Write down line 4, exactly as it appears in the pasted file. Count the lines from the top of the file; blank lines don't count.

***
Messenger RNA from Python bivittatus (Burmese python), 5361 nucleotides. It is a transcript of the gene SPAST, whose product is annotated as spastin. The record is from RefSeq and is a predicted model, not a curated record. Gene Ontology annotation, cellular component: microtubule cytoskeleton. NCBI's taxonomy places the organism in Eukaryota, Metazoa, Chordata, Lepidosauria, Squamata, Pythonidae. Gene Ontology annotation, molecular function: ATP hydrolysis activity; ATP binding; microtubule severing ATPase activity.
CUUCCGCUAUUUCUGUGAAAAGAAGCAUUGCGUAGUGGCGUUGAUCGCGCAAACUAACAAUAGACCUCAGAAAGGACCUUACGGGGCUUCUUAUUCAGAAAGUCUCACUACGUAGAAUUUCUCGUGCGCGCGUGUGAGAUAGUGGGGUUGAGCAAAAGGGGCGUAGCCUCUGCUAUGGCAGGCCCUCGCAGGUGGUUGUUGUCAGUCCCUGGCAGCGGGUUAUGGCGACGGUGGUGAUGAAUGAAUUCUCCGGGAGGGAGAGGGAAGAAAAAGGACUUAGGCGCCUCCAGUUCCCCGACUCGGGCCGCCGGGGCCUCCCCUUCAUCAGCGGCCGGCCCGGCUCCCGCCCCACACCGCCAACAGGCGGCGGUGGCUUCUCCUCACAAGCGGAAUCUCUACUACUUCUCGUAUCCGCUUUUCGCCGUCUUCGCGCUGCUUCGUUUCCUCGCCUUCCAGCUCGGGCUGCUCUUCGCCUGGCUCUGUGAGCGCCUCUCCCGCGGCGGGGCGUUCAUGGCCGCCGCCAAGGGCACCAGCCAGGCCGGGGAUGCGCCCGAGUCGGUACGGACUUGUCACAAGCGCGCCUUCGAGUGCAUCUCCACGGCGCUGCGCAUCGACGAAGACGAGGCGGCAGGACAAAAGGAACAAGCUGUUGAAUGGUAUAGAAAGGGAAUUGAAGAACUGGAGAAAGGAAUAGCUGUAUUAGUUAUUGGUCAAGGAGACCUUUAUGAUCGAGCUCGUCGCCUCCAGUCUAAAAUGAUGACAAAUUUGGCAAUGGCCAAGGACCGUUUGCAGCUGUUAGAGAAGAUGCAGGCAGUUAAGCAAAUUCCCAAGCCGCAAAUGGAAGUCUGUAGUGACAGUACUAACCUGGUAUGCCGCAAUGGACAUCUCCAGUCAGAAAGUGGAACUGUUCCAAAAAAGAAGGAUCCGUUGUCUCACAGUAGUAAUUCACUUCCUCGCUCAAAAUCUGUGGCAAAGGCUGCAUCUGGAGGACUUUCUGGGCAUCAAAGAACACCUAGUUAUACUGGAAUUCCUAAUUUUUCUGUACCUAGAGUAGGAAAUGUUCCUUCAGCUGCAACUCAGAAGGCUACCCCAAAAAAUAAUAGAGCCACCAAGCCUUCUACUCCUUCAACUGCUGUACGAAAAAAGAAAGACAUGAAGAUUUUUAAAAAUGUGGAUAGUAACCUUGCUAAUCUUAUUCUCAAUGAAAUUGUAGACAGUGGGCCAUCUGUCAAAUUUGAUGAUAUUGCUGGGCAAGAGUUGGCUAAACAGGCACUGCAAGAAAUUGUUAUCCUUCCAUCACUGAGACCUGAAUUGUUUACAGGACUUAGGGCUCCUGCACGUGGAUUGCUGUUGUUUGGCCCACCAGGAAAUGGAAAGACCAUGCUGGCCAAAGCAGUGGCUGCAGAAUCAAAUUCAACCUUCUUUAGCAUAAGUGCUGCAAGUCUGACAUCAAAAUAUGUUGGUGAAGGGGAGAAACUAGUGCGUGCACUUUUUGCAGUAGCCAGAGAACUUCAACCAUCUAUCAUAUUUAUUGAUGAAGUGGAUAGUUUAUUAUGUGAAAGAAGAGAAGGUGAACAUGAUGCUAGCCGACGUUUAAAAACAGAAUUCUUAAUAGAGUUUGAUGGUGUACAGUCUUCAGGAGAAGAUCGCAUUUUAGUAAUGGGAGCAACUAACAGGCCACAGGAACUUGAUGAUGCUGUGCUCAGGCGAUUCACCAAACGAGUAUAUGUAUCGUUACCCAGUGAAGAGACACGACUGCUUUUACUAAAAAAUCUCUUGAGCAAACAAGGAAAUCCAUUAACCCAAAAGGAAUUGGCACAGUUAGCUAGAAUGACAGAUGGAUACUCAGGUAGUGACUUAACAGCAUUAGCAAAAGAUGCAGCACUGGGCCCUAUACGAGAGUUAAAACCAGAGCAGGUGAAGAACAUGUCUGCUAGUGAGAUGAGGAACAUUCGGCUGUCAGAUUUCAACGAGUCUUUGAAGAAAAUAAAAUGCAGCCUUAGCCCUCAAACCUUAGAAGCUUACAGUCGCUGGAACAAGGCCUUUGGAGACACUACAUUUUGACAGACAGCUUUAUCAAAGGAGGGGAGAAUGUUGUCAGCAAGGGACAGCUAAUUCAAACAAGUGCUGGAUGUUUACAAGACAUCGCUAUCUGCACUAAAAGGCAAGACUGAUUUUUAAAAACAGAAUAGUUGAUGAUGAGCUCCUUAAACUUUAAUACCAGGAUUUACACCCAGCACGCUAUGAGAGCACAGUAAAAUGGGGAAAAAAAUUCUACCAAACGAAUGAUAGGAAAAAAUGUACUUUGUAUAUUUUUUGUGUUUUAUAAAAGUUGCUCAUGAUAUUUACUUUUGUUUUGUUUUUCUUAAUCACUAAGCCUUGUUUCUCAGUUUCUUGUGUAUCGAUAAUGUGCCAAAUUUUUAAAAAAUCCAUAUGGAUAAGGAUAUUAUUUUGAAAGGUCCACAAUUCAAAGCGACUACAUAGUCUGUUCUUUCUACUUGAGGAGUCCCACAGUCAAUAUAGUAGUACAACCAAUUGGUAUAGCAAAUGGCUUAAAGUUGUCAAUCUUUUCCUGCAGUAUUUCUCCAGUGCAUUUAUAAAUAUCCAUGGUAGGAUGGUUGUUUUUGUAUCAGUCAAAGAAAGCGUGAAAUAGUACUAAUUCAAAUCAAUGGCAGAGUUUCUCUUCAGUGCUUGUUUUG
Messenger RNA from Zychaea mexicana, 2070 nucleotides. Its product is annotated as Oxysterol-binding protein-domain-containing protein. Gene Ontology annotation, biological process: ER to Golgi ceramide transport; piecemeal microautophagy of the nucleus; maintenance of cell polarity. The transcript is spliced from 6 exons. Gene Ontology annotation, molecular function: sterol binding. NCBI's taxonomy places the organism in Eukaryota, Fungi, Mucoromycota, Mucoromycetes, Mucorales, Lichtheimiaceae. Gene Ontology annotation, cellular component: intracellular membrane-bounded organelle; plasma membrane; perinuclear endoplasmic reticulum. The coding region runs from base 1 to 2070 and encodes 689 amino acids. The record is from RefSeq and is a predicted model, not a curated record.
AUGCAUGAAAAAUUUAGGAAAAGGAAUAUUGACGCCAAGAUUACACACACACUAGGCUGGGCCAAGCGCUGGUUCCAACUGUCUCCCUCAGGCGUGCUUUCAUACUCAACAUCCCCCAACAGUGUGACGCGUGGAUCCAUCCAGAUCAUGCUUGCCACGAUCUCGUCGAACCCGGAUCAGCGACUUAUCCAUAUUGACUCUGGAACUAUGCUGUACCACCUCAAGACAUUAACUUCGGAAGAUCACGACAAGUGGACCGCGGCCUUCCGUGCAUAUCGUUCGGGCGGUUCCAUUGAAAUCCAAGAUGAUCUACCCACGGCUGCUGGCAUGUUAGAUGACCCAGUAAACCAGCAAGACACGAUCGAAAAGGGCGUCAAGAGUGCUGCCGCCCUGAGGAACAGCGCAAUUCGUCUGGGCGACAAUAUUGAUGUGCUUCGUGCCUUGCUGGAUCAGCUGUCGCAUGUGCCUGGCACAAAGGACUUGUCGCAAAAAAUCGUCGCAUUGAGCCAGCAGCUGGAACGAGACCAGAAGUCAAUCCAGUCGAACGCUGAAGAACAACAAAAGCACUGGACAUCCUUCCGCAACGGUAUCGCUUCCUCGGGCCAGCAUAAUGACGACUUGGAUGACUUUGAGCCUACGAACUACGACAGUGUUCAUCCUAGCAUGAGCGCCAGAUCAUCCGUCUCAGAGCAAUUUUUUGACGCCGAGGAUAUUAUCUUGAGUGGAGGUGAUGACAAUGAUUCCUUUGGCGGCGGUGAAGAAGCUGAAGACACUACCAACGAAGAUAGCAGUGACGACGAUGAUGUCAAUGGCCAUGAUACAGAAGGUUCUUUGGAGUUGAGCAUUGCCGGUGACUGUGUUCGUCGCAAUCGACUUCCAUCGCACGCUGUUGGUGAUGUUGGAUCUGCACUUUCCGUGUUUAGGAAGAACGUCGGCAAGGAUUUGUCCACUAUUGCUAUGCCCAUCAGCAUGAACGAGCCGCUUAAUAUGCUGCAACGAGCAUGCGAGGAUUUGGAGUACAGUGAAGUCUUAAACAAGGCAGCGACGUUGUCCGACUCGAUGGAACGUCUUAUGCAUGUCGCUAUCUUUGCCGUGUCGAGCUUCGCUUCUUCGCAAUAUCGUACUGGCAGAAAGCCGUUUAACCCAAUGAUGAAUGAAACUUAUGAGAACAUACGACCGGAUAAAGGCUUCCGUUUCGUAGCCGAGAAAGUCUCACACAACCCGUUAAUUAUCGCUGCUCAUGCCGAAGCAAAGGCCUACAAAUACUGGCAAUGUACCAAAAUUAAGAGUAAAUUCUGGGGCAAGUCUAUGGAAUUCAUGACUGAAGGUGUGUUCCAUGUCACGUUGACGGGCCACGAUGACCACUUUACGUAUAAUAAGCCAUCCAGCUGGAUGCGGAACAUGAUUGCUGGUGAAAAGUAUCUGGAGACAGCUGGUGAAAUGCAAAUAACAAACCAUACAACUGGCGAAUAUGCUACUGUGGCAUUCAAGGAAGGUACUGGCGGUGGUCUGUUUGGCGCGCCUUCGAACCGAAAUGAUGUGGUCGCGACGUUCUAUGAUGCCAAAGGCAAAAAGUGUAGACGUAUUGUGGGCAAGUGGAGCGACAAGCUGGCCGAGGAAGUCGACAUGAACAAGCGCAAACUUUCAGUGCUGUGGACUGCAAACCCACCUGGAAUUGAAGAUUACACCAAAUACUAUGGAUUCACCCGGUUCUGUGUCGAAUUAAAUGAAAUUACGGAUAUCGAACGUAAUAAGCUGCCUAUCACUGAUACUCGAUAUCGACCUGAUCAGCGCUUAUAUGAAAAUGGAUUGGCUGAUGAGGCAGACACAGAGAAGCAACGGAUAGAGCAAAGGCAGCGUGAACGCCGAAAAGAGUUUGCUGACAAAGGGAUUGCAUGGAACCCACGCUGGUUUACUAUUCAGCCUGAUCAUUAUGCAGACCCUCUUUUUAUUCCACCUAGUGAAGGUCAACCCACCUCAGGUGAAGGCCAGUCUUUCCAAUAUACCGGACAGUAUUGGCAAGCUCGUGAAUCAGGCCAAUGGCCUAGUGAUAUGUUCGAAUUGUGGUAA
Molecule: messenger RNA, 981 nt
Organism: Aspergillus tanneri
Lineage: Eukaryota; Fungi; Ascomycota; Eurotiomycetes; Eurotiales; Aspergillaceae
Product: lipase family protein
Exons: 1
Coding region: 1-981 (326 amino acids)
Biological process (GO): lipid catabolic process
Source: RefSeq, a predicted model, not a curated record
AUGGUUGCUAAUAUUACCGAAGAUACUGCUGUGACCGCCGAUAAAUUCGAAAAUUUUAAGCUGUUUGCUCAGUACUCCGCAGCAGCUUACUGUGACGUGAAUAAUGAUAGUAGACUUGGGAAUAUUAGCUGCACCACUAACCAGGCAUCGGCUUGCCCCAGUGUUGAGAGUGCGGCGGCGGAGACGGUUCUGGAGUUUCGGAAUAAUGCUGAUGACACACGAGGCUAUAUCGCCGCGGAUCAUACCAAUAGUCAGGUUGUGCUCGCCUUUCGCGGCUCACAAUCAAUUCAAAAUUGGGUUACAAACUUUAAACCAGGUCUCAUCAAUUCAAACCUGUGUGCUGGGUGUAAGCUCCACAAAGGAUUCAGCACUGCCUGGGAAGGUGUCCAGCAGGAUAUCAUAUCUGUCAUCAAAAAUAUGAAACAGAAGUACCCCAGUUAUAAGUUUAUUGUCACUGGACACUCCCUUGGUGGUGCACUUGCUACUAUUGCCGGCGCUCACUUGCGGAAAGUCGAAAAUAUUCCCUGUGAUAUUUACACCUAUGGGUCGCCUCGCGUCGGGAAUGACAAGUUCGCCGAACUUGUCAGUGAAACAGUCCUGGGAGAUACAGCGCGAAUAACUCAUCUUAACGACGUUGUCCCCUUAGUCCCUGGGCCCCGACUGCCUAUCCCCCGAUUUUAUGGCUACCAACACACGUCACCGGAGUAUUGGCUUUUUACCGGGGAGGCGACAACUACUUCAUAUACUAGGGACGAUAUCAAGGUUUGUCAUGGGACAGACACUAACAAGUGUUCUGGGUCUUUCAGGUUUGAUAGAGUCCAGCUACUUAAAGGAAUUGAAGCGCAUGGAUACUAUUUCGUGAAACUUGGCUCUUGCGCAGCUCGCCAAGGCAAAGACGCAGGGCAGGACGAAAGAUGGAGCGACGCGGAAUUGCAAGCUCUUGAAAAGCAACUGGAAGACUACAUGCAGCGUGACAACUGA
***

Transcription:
AUGCAUGAAAAAUUUAGGAAAAGGAAUAUUGACGCCAAGAUUACACACACACUAGGCUGGGCCAAGCGCUGGUUCCAACUGUCUCCCUCAGGCGUGCUUUCAUACUCAACAUCCCCCAACAGUGUGACGCGUGGAUCCAUCCAGAUCAUGCUUGCCACGAUCUCGUCGAACCCGGAUCAGCGACUUAUCCAUAUUGACUCUGGAACUAUGCUGUACCACCUCAAGACAUUAACUUCGGAAGAUCACGACAAGUGGACCGCGGCCUUCCGUGCAUAUCGUUCGGGCGGUUCCAUUGAAAUCCAAGAUGAUCUACCCACGGCUGCUGGCAUGUUAGAUGACCCAGUAAACCAGCAAGACACGAUCGAAAAGGGCGUCAAGAGUGCUGCCGCCCUGAGGAACAGCGCAAUUCGUCUGGGCGACAAUAUUGAUGUGCUUCGUGCCUUGCUGGAUCAGCUGUCGCAUGUGCCUGGCACAAAGGACUUGUCGCAAAAAAUCGUCGCAUUGAGCCAGCAGCUGGAACGAGACCAGAAGUCAAUCCAGUCGAACGCUGAAGAACAACAAAAGCACUGGACAUCCUUCCGCAACGGUAUCGCUUCCUCGGGCCAGCAUAAUGACGACUUGGAUGACUUUGAGCCUACGAACUACGACAGUGUUCAUCCUAGCAUGAGCGCCAGAUCAUCCGUCUCAGAGCAAUUUUUUGACGCCGAGGAUAUUAUCUUGAGUGGAGGUGAUGACAAUGAUUCCUUUGGCGGCGGUGAAGAAGCUGAAGACACUACCAACGAAGAUAGCAGUGACGACGAUGAUGUCAAUGGCCAUGAUACAGAAGGUUCUUUGGAGUUGAGCAUUGCCGGUGACUGUGUUCGUCGCAAUCGACUUCCAUCGCACGCUGUUGGUGAUGUUGGAUCUGCACUUUCCGUGUUUAGGAAGAACGUCGGCAAGGAUUUGUCCACUAUUGCUAUGCCCAUCAGCAUGAACGAGCCGCUUAAUAUGCUGCAACGAGCAUGCGAGGAUUUGGAGUACAGUGAAGUCUUAAACAAGGCAGCGACGUUGUCCGACUCGAUGGAACGUCUUAUGCAUGUCGCUAUCUUUGCCGUGUCGAGCUUCGCUUCUUCGCAAUAUCGUACUGGCAGAAAGCCGUUUAACCCAAUGAUGAAUGAAACUUAUGAGAACAUACGACCGGAUAAAGGCUUCCGUUUCGUAGCCGAGAAAGUCUCACACAACCCGUUAAUUAUCGCUGCUCAUGCCGAAGCAAAGGCCUACAAAUACUGGCAAUGUACCAAAAUUAAGAGUAAAUUCUGGGGCAAGUCUAUGGAAUUCAUGACUGAAGGUGUGUUCCAUGUCACGUUGACGGGCCACGAUGACCACUUUACGUAUAAUAAGCCAUCCAGCUGGAUGCGGAACAUGAUUGCUGGUGAAAAGUAUCUGGAGACAGCUGGUGAAAUGCAAAUAACAAACCAUACAACUGGCGAAUAUGCUACUGUGGCAUUCAAGGAAGGUACUGGCGGUGGUCUGUUUGGCGCGCCUUCGAACCGAAAUGAUGUGGUCGCGACGUUCUAUGAUGCCAAAGGCAAAAAGUGUAGACGUAUUGUGGGCAAGUGGAGCGACAAGCUGGCCGAGGAAGUCGACAUGAACAAGCGCAAACUUUCAGUGCUGUGGACUGCAAACCCACCUGGAAUUGAAGAUUACACCAAAUACUAUGGAUUCACCCGGUUCUGUGUCGAAUUAAAUGAAAUUACGGAUAUCGAACGUAAUAAGCUGCCUAUCACUGAUACUCGAUAUCGACCUGAUCAGCGCUUAUAUGAAAAUGGAUUGGCUGAUGAGGCAGACACAGAGAAGCAACGGAUAGAGCAAAGGCAGCGUGAACGCCGAAAAGAGUUUGCUGACAAAGGGAUUGCAUGGAACCCACGCUGGUUUACUAUUCAGCCUGAUCAUUAUGCAGACCCUCUUUUUAUUCCACCUAGUGAAGGUCAACCCACCUCAGGUGAAGGCCAGUCUUUCCAAUAUACCGGACAGUAUUGGCAAGCUCGUGAAUCAGGCCAAUGGCCUAGUGAUAUGUUCGAAUUGUGGUAA